When I have installed a package using
apt, is there a way to find out by which command(s) I can run the installed program(s)?
For instance, the package
httpcode is not available as
httpcode, and the package description (
apt show httpcode) does not explain how to run it. How could I have found out that it’s run via
hc from the command line?
There are two slightly hacky workarounds I found:
Assuming that programs are by default installed in
usr/bin, I ran
ls -ltc | head -n 10to find recenlty touched files there, and indeed I found
Similarly to 1,
dpkg -L httpcodereturns a list of files created by installing the package, which also lists
Is there a better solution to this problem that doesn’t hinge upon the intuition of where the program might be stored on disk?
I also found that
man httpcode does open the man page of the program, even though I called it with the package name as argument. Does this always work (if the program provides a manpage)?
Here is Solutions:
We have many solutions to this problem, But we recommend you to use the first solution because it is tested & true solution that will 100% work for you.
The locations of files (executables, man-pages and other stuff) should conform Filesystem Hierarchy Standard as a rule.
Personally I solve this problem with one of four methods:
It is known that executables are placed in the directories declared in
$ echo $PATH
So one can list all package files with
man dpkgfor details) and find files in
/usr/gamesdirectories. So we can use the following command:
$ dpkg -L httpcode | grep -E "/bin/|/sbin/|/usr/games/" /usr/bin/hc
So we can see that
/usr/bin/hcbelongs to this package.
List all man-pages:
$ dpkg -L httpcode | grep "/man/" /usr/share/man/man1 /usr/share/man/man1/hc.1.gz
So we can see that we can use
For applications with GUI I run search for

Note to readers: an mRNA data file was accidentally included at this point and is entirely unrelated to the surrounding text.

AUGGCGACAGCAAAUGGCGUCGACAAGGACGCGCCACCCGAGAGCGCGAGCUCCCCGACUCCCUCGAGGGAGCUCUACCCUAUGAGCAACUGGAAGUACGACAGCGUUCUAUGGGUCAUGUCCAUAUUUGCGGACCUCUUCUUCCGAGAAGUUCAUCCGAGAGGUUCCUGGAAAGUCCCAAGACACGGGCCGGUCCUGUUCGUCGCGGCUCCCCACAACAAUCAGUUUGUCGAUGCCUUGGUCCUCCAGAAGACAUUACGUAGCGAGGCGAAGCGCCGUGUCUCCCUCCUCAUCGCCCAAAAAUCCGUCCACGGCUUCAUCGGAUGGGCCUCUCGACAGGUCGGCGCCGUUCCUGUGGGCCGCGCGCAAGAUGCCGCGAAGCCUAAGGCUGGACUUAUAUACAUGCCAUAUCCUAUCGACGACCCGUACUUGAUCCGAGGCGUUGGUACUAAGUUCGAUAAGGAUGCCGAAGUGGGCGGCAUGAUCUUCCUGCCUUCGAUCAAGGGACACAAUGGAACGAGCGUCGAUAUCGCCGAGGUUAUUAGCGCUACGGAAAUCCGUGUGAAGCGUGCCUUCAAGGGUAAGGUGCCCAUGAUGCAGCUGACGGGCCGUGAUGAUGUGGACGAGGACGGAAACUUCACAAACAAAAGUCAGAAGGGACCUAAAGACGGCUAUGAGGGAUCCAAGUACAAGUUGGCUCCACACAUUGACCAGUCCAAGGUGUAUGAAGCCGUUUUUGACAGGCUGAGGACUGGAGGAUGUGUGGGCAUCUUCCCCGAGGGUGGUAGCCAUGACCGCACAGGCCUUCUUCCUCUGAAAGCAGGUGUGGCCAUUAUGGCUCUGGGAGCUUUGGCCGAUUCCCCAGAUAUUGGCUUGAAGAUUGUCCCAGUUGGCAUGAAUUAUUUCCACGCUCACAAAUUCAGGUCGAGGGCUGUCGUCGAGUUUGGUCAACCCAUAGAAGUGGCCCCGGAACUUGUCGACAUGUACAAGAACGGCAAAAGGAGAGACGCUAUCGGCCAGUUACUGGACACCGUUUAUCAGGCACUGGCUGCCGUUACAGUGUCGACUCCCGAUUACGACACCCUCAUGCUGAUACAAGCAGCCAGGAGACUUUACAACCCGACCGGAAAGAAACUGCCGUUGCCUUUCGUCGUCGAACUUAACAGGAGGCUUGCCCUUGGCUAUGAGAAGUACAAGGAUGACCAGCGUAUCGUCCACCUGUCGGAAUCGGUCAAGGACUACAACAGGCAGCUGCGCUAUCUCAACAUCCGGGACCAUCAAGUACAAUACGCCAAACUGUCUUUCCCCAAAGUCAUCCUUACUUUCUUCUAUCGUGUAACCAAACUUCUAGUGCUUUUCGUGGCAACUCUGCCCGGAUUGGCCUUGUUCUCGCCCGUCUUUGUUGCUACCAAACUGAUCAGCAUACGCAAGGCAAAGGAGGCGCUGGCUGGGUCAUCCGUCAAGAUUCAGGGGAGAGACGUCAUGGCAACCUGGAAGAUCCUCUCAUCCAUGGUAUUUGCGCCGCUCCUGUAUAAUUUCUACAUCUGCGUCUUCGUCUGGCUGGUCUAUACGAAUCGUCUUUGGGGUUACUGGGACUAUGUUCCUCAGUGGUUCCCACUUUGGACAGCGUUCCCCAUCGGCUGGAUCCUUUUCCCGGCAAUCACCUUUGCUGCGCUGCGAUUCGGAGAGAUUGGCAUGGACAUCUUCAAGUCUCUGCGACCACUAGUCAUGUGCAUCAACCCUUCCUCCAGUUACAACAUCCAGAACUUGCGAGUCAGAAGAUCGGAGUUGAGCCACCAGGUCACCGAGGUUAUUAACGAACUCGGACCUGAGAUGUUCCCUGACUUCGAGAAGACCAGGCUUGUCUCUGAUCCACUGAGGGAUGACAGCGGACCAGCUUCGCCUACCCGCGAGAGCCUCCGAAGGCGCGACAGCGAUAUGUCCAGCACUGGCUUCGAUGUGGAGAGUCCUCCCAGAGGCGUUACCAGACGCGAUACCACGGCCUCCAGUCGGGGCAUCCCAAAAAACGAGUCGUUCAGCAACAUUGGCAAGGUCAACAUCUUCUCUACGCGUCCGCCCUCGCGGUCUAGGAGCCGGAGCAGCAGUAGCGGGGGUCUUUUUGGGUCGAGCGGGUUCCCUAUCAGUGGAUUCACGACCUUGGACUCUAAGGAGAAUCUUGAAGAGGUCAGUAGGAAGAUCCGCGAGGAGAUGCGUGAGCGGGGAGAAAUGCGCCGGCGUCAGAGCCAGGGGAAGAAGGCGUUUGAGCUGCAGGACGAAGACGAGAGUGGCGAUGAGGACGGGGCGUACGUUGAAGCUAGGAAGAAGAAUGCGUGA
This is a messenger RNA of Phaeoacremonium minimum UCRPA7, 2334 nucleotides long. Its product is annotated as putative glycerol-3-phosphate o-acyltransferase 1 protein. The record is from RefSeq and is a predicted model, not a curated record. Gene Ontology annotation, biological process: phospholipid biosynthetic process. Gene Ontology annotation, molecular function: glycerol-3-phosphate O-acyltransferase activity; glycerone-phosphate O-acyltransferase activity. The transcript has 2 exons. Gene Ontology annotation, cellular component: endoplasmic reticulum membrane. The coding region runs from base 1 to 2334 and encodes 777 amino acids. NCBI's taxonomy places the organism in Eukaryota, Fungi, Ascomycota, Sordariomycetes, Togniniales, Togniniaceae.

$ dpkg -L httpcode | grep ".desktop" $
In this particular case it will not return anything.
With some complicated proprietary (or bad-packaged) stuff this method transforms to reading
Execvariable in the
*.desktopfile – here Telegram is an example:
$ dpkg -L telegram | grep ".desktop" /usr/share/applications/telegram.desktop $ grep Exec $(dpkg -L telegram | grep ".desktop") Exec=/opt/telegram/Telegram -- %u
Execsee Desktop Entry Specification.
For not installed package one can visit https://packages.ubuntu.com and use Search package directories here (for all releases or for selected release), then click on list of files link in the right column of the table:
and one will get the file list:
This list may interpreted manually or by using searchbar in the browser.
If you can create a shortcut for it to the desktop by right clicking it in the Linux equivalent to the start menu then you can access the properties of said shortcut.
Then just use the end of the command that shortcut uses, for EG I just found Google Chrome’s (google-chrome-stable).
BAM there you go. The command to run anything via terminal and/or launcher
Note: Use and implement solution 1 because this method fully tested our system.
Thank you 🙂